September 8, 2006 2:18 PM PDT

Police blotter: Cops raid Usenet provider over porn

"Police blotter" is a weekly CNET News.com report on the intersection of technology and the law.

What: An Internet service provider files a civil rights lawsuit after being raided by Pennsylvania police in January 2004.

When: U.S. District Judge Mary McLaughlin in the eastern district of Pennsylvania rules on August 30.

Outcome: A partial victory for both sides, with the lawsuit proceeding but some of the company's claims rejected.

What happened, according to court documents and news reports:

Voicenet Communications and subsidiary Omni Telecom were raided in January 2004 as part of an Bucks County, Pa., investigation into child pornography. During the raid, servers and other computer hardware were, according to the companies, "illegally seized" and business operations were substantially impaired.

The servers included data distributed through Usenet, a sprawling and decentralized collection of discussion groups called newsgroups. Discussion topics include everything from soc.history to rec.aviation, sci.nanotech, and alt.sex.exhibitionism.

Some newsgroups feature sexual discussions and a few include erotic photographs and videos. Because the volume of daily Usenet posts is far too vast for any human to read, ISPs are almost never aware of the contents of individual messages.

Voicenet and Omni Telecom claim that the raid went too far--akin to the police raiding a phone company and hauling away its switches and networks as part of an investigation into prank phone calls. Their civil rights lawsuit claimed violations of federal law, state law, and--because their customers were precluded from continuing in discussions--the First Amendment.

The raid was closely watched by other Internet and Usenet providers at the time, because of the nature of Usenet: A post by any user is automatically distributed to thousands of servers at corporations, ISPs, and universities. That means, in other words, if one Usenet provider is liable for illegal content on its servers that it doesn't even know exists, any provider could be potentially liable as well.

In her order last week, U.S. District Judge Mary McLaughlin permitted the case to go forward but with some caveats. She sided with Voicenet on some points and the Bucks County district attorney on others.

Excerpt from Judge McLaughlin's opinion:

The plaintiffs, Usenet newsreader and Internet service providers, have sued several Commonwealth and local law enforcement officials under (federal civil rights laws) for violations of their constitutional and statutory rights in connection with the execution of a search warrant on the plaintiffs' premises on January 21, 2004.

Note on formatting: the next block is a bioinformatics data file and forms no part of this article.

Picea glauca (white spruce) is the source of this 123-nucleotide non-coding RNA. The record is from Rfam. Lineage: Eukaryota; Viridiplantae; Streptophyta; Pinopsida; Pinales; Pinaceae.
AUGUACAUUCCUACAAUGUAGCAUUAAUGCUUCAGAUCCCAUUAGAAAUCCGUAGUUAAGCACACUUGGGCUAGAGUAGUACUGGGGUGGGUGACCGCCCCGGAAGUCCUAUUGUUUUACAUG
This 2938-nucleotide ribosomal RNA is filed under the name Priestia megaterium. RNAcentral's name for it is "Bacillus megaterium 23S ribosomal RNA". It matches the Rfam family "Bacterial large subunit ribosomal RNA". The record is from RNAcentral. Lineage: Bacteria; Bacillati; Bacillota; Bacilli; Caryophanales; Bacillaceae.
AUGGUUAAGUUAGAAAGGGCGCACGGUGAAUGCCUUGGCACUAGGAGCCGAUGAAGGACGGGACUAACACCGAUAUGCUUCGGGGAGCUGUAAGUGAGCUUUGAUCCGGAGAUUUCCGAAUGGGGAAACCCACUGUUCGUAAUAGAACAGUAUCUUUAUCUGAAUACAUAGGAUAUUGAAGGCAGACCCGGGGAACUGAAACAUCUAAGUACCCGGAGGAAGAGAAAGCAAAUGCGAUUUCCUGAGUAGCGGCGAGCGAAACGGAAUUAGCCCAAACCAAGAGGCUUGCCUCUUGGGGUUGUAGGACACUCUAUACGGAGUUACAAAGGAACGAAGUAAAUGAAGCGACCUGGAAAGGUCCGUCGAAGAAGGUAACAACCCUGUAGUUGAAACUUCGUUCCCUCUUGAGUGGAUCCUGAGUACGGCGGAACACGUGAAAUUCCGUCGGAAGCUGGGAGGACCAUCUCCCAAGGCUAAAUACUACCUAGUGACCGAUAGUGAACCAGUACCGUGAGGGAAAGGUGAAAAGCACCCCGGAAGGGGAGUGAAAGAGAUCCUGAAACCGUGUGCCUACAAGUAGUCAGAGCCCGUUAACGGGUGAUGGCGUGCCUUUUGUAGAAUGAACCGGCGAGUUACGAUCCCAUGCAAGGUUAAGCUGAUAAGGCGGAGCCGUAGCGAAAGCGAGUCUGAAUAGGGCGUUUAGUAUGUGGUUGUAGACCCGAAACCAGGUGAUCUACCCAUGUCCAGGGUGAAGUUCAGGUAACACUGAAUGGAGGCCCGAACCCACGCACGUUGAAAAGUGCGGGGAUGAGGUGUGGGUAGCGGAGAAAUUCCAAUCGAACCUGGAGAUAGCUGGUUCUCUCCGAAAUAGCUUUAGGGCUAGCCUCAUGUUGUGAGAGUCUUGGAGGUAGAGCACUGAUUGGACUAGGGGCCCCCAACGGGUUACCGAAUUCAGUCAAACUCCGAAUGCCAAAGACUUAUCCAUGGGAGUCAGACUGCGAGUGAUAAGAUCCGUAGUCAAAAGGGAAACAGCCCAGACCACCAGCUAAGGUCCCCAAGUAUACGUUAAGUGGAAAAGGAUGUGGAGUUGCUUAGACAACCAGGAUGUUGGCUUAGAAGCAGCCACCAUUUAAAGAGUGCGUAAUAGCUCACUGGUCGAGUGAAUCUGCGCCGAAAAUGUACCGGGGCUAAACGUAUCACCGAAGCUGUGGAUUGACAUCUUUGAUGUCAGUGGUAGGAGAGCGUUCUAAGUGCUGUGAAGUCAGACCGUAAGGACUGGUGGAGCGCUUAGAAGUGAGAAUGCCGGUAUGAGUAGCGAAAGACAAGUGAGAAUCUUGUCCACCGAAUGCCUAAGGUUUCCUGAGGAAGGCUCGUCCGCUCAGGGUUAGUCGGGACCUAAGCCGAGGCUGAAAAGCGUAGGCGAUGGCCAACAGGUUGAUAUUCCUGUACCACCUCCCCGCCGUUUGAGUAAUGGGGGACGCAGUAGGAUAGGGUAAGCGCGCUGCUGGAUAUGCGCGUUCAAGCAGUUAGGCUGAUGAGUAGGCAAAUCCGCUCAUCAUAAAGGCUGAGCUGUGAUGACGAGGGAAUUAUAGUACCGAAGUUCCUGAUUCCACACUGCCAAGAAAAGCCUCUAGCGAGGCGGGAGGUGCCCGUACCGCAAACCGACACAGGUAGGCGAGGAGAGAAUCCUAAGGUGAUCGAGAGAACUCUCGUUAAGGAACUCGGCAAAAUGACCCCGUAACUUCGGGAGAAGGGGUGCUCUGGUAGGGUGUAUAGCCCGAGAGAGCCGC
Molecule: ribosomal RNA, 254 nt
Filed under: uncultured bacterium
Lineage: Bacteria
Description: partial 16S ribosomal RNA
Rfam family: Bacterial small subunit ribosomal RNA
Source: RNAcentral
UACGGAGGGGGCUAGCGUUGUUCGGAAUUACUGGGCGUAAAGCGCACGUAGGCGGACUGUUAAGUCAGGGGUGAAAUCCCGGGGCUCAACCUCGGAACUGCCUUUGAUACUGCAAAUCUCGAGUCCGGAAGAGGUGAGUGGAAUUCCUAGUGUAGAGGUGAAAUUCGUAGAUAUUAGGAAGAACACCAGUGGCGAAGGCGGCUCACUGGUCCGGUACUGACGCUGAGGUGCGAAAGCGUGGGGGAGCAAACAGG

The defendants have moved to dismiss counts II through VI of the complaint, which allege deprivations of rights under the Communications Decency Act, the Electronic Communications Privacy Act, Pennsylvania's Internet Child Pornography Law, the Commonwealth Attorneys Act, and the Fourth and Fourteenth Amendments...The defendants have not moved to dismiss count I, for deprivation of freedom of speech under the First and Fourteenth Amendments, or count VIII, for violation of the Commerce Clause. These claims go forward...

The Court will grant the defendants' motion in part, and deny it in part. Specifically, the Court will dismiss the plaintiffs' due process claims based on alleged violations of the ICPL and the Commonwealth Attorneys Act. The Court will also dismiss the plaintiffs' ECPA claim. The CDA claim may go forward, but only to the extent that the plaintiffs seek declaratory or injunctive relief; the defendants are entitled to qualified immunity from damages because the plaintiffs' rights under the CDA were not clearly established at the time of the alleged violation. The Fourth Amendment claim may go forward because it is too early for the Court to determine whether all of the defendants reasonably relied on the search warrant in question.

The CDA provides, in relevant part: "No provider or user of an interactive computer service shall be treated as the publisher or speaker of any information provided by another information content provider." The CDA further provides: "No cause of action may be brought and no liability may be imposed under any State or local law that is inconsistent with this section."

In count II of the complaint, the plaintiffs allege that the defendants violated their rights under the CDA by enforcing against them...a state statute that criminalizes the knowing distribution and possession of child pornography. The defendants have moved to dismiss count II on the grounds that: 1) the CDA does not confer an enforceable right, privilege, or immunity...and 2) to the extent that the CDA does confer an enforceable right, it provides immunity from only civil, not criminal, liability.

Despite the defendants' arguments, the Court is persuaded that the plaintiffs have stated a...claim based on a violation of their rights under the CDA. The Court finds that all of the defendants are entitled to qualified immunity from money damages, however, because the plaintiffs' rights were not clearly established at the time of the actions giving rise to this litigation.

See more CNET content tagged:
Usenet, plaintiff, Pennsylvania, Police Blotter, defendant

 

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